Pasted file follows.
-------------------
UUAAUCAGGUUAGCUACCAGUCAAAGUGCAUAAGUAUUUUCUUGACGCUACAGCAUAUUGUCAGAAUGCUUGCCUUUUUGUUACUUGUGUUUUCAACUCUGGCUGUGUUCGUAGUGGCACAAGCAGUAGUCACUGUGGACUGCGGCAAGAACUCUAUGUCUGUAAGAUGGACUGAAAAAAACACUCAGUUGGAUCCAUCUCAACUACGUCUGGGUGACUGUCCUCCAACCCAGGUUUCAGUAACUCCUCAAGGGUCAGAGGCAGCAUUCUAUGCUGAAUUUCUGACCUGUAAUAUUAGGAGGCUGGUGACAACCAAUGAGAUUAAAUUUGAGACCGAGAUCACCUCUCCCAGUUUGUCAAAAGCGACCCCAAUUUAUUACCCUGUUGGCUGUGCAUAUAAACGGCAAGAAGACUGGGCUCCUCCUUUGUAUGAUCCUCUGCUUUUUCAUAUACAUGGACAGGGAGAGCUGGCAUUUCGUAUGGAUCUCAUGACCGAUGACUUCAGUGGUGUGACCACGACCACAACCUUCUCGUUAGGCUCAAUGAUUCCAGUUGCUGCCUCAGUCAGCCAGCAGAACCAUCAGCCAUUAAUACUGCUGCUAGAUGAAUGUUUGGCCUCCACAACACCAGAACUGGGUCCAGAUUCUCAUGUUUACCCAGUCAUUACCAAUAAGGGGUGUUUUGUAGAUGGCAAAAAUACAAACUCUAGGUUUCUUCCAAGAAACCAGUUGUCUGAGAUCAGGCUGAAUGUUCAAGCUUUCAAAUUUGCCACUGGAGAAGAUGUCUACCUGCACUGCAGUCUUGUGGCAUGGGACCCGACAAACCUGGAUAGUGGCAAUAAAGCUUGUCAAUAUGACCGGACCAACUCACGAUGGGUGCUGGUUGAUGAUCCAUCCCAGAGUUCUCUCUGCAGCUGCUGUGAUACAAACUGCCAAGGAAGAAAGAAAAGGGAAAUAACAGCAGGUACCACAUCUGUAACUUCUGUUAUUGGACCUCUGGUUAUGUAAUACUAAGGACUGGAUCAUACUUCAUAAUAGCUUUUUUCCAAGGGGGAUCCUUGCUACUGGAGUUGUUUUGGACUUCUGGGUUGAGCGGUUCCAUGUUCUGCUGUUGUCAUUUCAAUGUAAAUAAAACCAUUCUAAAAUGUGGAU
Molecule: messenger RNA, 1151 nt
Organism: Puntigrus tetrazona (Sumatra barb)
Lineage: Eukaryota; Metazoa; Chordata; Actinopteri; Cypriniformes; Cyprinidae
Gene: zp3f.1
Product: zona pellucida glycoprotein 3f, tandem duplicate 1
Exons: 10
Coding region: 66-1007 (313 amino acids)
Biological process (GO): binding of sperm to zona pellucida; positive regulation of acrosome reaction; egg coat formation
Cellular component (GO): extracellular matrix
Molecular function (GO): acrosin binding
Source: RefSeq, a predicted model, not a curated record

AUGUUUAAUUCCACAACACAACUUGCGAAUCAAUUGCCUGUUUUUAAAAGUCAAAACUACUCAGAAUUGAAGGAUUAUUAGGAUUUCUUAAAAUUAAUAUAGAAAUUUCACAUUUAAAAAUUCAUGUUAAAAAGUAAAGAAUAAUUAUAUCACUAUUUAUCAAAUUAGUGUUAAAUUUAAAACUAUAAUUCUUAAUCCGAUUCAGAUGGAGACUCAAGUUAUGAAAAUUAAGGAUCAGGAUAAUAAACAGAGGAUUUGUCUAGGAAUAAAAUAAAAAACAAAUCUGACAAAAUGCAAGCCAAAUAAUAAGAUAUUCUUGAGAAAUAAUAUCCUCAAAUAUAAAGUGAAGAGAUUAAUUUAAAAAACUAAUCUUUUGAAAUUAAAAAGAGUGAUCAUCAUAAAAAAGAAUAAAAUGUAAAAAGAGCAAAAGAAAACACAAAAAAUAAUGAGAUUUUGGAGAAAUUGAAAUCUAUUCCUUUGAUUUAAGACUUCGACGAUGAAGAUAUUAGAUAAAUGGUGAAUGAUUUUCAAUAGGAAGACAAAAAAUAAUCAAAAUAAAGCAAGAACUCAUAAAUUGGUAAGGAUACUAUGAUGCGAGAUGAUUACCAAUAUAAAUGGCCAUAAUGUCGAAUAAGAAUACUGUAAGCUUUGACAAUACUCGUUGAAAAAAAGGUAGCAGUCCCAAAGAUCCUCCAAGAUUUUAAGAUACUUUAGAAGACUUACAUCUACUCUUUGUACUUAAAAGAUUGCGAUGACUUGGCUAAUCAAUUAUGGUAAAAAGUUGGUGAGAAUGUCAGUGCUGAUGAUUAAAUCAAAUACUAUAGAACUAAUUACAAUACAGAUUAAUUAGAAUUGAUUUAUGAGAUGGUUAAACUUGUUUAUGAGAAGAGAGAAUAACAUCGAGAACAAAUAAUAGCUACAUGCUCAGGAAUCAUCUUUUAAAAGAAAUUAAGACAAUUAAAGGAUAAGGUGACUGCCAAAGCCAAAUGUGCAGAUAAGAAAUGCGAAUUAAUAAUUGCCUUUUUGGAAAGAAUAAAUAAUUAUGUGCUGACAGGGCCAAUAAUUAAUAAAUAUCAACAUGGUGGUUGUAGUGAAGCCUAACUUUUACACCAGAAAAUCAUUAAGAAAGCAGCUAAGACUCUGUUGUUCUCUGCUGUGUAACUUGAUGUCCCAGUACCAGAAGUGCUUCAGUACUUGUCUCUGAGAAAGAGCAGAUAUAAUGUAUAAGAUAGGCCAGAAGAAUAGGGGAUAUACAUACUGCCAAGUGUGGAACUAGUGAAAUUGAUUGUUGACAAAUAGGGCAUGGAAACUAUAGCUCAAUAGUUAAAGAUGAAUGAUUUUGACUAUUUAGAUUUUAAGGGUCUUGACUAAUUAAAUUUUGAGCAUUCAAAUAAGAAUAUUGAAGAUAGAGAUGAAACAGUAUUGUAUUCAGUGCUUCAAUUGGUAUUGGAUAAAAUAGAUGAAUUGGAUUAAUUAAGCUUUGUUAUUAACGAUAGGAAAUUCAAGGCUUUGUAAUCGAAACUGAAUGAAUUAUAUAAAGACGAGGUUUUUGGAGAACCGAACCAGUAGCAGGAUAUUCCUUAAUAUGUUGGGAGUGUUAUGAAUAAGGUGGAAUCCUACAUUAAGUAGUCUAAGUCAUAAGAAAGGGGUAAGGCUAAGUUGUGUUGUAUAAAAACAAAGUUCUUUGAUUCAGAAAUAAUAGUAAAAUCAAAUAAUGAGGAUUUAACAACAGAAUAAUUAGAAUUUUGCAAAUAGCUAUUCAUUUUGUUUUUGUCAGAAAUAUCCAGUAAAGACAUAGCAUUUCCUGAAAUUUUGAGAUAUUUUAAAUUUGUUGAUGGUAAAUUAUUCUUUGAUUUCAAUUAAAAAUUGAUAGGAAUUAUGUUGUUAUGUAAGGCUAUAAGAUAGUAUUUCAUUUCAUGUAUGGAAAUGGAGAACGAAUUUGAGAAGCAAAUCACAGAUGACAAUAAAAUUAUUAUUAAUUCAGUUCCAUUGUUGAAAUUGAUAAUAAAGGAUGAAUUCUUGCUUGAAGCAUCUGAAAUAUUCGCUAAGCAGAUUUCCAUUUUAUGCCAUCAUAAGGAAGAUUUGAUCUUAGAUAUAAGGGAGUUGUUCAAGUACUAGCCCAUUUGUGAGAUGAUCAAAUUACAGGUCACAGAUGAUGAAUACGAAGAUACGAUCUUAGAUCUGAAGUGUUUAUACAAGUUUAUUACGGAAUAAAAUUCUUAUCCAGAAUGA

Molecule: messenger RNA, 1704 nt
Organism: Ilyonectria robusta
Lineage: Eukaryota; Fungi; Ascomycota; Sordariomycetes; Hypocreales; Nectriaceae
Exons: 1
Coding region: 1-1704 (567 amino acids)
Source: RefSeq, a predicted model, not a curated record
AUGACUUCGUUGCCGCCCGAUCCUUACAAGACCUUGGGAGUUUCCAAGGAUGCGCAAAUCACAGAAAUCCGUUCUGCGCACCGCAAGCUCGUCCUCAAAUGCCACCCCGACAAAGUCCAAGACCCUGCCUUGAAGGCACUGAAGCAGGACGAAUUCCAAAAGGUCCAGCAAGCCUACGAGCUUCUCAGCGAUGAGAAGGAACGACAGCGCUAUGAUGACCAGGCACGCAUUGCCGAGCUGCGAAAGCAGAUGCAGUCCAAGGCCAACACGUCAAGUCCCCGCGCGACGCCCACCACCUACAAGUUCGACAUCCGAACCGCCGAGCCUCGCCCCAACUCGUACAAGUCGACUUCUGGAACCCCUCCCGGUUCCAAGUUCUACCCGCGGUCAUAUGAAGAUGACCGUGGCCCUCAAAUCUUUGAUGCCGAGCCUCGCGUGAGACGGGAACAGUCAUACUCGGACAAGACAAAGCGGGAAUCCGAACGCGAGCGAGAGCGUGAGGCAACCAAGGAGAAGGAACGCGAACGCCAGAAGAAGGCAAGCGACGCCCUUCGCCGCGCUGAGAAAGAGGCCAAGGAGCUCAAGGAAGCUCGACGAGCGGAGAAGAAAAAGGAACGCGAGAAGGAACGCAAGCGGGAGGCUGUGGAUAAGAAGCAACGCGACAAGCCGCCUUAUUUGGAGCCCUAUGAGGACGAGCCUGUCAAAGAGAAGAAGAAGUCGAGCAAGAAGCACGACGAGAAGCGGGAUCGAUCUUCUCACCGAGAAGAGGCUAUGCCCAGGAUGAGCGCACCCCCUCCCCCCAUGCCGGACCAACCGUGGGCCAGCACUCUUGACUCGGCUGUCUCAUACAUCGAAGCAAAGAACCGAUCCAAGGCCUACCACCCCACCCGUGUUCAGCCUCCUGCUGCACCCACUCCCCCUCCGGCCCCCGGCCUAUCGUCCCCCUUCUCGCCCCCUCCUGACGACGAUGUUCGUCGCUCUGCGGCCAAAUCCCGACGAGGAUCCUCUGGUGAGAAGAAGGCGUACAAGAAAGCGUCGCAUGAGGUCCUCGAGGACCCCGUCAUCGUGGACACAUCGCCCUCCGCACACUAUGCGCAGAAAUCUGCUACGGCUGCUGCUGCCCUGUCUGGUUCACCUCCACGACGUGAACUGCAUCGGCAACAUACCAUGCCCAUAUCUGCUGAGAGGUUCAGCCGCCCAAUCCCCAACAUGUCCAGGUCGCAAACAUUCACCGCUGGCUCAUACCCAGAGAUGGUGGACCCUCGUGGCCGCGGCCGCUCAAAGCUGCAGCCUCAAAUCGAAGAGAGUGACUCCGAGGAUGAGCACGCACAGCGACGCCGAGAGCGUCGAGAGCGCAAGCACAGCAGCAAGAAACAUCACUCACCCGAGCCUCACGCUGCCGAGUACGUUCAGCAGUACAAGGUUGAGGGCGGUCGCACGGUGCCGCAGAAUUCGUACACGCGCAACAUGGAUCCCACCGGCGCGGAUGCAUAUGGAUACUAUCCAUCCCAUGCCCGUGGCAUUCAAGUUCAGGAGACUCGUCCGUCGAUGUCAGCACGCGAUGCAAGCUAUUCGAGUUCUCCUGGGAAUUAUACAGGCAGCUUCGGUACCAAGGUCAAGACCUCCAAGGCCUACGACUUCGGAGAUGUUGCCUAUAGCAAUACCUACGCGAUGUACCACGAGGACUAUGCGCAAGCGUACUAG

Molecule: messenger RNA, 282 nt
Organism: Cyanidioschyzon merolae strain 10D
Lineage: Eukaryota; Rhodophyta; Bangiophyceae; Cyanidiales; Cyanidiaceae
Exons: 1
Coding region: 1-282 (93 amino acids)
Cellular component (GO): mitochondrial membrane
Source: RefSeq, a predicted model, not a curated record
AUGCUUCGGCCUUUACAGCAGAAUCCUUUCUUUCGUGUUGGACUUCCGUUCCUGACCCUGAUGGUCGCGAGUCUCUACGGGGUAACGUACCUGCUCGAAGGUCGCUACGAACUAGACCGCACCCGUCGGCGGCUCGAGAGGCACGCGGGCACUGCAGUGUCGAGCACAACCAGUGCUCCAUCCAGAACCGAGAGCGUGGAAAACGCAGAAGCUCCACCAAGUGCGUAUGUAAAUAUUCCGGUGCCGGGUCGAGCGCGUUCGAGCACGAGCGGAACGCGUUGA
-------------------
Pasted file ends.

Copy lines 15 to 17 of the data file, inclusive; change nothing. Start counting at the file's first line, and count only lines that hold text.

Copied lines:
Organism: Ilyonectria robusta
Lineage: Eukaryota; Fungi; Ascomycota; Sordariomycetes; Hypocreales; Nectriaceae
Exons: 1